Black activists and faith leaders in Seattle criticized Black Lives Matter protesters for violence in their city and voiced their support for police chief Carmen Best.
"Being a black woman, she has the perspective of some of the groups that have the most troubled relationships with law enforcement," Leslie Braxton, a local reverend, said in a Thursday press conference.
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Best, Seattle’s first black police chief, announced on Aug. 10 she would step down after the city council approved sweeping police reform legislation that would cut millions in funding and nearly 100 officers from the city’s police force. Best said the city council's move was "reckless" and provides "no practical plan for community safety."
Police reform activist Andre Taylor, whose brother was shot and killed by Seattle police, criticized protesters marching in the name of Black Lives Matter.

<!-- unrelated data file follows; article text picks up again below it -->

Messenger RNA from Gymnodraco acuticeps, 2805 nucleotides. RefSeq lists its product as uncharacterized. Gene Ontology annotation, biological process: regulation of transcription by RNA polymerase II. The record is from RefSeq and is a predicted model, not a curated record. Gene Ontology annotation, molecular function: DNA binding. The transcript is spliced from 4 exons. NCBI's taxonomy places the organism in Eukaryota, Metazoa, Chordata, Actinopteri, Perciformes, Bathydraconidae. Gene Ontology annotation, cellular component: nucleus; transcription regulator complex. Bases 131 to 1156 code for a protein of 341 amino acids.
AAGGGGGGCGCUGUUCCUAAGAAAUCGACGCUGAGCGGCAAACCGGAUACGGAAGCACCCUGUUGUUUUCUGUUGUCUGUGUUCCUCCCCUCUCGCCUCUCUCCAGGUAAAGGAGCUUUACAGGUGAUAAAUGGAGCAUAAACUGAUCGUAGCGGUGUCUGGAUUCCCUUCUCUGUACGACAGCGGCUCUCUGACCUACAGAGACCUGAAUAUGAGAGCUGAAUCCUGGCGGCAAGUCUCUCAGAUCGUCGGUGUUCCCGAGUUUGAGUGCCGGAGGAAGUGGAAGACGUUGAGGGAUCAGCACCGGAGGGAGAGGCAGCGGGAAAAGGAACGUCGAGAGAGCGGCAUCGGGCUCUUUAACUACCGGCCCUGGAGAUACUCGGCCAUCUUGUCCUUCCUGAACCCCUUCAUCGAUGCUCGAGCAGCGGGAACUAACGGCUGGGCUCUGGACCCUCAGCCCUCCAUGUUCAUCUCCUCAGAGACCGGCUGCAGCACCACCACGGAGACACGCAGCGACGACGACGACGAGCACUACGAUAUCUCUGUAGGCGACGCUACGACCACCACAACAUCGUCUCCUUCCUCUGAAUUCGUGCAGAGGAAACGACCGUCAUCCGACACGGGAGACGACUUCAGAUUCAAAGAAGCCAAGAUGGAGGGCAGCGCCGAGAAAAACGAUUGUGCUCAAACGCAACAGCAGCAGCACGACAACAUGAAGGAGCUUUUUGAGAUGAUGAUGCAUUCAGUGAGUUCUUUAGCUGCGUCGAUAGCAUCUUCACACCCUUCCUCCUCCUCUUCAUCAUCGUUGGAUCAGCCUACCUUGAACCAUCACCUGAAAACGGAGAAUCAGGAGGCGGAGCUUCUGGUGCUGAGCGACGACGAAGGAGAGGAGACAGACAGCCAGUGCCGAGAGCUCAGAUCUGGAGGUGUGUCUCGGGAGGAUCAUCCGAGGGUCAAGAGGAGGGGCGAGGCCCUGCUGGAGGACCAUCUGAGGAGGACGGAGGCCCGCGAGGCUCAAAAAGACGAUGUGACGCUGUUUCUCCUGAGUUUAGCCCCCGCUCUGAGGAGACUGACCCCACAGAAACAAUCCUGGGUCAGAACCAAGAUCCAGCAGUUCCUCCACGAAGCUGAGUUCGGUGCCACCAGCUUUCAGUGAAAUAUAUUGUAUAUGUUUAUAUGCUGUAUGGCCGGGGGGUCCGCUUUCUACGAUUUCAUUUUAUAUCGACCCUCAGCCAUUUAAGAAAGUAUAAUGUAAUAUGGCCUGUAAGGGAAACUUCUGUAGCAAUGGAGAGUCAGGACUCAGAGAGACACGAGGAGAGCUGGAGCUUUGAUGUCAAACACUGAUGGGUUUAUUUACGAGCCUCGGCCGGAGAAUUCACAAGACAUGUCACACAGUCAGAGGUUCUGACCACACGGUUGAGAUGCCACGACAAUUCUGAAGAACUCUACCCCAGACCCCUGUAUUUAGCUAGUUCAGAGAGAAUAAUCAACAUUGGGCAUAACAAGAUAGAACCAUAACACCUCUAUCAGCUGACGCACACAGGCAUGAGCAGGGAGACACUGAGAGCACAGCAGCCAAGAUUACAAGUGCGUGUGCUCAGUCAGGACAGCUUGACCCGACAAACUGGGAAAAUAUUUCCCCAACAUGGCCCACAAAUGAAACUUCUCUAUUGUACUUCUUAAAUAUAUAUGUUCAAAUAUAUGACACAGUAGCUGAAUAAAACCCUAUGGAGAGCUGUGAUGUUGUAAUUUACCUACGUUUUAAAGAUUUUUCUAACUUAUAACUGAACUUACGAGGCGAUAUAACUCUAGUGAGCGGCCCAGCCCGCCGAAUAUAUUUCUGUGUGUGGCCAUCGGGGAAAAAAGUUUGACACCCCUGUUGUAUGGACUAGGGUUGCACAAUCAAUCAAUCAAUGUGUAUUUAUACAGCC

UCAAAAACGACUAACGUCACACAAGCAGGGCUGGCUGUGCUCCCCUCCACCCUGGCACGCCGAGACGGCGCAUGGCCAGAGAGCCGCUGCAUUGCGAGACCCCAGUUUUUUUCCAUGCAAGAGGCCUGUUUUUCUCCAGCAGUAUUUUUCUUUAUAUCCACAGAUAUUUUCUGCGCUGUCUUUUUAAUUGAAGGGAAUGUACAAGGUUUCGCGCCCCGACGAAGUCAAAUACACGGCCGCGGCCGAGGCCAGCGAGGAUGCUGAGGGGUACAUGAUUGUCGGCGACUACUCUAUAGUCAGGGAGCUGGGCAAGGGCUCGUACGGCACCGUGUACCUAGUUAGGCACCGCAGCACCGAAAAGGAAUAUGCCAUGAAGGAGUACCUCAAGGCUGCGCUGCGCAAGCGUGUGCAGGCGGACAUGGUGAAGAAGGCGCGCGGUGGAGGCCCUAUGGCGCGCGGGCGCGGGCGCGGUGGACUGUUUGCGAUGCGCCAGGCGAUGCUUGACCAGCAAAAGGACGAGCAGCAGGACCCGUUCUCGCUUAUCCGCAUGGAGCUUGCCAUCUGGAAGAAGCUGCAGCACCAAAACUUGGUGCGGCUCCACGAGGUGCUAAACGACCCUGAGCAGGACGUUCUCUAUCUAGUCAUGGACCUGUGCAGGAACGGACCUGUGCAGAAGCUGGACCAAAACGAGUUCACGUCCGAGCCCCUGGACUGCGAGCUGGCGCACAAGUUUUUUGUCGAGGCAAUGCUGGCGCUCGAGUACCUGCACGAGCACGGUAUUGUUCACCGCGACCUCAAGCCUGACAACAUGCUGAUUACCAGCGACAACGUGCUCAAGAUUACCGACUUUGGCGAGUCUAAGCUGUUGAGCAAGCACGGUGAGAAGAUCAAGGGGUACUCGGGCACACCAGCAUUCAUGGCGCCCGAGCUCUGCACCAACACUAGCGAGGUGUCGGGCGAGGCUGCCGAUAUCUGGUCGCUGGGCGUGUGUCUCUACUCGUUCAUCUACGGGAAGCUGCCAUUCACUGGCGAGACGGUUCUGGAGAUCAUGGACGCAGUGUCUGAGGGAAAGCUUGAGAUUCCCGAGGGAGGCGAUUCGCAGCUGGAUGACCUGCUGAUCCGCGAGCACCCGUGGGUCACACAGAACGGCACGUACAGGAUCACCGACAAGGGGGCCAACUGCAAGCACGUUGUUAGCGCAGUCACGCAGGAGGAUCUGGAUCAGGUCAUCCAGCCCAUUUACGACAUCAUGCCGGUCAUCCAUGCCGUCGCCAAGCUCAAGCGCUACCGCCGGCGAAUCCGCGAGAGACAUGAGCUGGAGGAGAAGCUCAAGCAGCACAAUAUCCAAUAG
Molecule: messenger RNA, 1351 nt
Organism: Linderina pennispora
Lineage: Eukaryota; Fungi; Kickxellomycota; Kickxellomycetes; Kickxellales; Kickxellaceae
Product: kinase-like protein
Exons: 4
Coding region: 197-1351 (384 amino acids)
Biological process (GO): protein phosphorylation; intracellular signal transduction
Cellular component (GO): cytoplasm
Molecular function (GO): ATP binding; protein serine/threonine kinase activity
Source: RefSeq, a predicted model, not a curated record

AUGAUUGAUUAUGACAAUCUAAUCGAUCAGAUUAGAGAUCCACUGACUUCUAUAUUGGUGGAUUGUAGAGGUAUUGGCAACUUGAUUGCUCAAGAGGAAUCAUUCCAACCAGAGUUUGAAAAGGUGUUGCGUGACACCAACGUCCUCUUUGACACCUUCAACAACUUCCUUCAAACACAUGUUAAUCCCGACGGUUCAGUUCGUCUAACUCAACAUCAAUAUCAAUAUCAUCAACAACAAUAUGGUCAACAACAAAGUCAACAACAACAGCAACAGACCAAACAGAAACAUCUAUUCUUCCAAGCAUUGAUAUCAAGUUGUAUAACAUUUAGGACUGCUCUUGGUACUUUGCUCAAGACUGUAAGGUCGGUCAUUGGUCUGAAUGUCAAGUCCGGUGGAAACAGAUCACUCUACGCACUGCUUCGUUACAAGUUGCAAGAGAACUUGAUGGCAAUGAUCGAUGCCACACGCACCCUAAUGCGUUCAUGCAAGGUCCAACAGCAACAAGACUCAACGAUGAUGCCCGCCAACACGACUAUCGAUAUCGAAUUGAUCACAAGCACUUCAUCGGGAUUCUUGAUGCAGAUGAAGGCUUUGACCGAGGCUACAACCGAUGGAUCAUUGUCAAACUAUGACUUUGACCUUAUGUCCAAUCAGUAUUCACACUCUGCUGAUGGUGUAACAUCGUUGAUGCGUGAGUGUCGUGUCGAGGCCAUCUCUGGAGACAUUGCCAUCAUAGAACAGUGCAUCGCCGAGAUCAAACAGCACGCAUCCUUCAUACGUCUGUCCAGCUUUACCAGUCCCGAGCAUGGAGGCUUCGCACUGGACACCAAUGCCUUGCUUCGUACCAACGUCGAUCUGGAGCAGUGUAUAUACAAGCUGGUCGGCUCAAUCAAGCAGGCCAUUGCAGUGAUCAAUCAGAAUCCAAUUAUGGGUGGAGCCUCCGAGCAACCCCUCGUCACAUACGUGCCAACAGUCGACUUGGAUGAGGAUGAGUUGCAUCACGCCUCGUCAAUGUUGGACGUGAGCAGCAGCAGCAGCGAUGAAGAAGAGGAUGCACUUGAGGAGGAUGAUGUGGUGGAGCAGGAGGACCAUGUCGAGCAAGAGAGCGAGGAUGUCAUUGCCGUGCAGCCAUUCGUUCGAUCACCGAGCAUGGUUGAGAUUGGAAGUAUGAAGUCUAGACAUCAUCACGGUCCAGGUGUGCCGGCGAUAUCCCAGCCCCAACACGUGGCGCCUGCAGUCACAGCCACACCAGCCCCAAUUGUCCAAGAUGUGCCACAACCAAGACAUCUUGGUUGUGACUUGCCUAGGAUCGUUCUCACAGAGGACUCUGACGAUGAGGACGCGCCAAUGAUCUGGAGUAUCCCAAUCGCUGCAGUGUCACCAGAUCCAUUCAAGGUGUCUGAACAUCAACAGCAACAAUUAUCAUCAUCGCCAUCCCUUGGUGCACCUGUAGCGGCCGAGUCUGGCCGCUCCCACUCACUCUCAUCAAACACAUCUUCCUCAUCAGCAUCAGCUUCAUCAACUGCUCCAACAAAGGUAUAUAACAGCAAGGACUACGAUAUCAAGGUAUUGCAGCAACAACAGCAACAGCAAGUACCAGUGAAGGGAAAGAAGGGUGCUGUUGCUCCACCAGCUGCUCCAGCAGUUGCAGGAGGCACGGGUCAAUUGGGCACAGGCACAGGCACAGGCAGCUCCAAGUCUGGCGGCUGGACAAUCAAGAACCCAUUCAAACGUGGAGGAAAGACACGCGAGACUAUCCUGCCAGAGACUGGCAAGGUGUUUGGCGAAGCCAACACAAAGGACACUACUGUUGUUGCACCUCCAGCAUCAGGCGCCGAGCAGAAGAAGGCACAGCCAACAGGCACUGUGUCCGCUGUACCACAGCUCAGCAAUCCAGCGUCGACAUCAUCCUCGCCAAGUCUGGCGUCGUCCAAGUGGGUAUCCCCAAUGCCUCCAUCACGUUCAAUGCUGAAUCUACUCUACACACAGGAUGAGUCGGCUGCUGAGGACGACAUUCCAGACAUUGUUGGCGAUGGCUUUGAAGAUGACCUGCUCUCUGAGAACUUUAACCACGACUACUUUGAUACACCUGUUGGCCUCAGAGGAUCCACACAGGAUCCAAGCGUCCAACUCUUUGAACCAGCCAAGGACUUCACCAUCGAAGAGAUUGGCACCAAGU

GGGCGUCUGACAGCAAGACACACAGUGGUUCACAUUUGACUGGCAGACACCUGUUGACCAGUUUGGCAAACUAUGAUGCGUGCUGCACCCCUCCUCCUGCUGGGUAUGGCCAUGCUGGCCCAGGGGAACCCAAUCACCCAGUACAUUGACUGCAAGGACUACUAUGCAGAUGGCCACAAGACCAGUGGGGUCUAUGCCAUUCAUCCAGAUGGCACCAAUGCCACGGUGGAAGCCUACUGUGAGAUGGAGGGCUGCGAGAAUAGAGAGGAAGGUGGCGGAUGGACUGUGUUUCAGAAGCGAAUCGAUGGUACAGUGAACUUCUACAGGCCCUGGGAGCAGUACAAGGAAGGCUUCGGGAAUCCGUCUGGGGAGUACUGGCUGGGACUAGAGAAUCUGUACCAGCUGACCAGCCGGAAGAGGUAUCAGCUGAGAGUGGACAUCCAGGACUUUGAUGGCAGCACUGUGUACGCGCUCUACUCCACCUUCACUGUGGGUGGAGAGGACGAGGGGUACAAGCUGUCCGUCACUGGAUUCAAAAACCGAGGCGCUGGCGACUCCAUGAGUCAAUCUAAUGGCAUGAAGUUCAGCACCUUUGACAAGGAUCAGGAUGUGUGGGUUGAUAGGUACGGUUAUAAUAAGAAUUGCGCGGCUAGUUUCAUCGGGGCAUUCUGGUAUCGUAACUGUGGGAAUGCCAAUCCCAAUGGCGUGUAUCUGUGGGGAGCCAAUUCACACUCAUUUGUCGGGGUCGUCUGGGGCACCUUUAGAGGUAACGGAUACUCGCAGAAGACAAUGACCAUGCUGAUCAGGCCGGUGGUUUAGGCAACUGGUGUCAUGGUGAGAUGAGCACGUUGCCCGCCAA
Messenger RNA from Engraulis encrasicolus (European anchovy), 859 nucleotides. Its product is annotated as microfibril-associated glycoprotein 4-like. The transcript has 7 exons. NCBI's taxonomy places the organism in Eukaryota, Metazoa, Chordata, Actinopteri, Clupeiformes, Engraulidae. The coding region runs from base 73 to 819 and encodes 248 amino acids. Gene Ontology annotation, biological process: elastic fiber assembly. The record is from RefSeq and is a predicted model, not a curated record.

"I don’t support Black Lives Matter, at least locally what local groups are doing," Taylor said. "There is a disservice being done. If the protest of agitation allows a level of violence—at least they don’t speak out against it—then people that want violence can mingle right in."
Best responded to the activists, saying she was "humbled and gratified" by their support, but said she was "confident" in her decision to retire after nearly three decades in the department.
The Seattle City Council moved quickly to enact police reform legislation this summer following nationwide anti-police protests. In addition to cutting millions in police department funding, the bill they passed on Aug. 10 prohibits the police department from removing homeless people from the streets and, according to Mayor Jenny Durkan (D.), will cut the city’s "most diverse class of police" officers from the force.
While anti-police protests have pushed many local governments to defund and reform their police departments, a recent Gallup poll found that more than 80 percent of black Americans want to maintain police presence in their neighborhoods.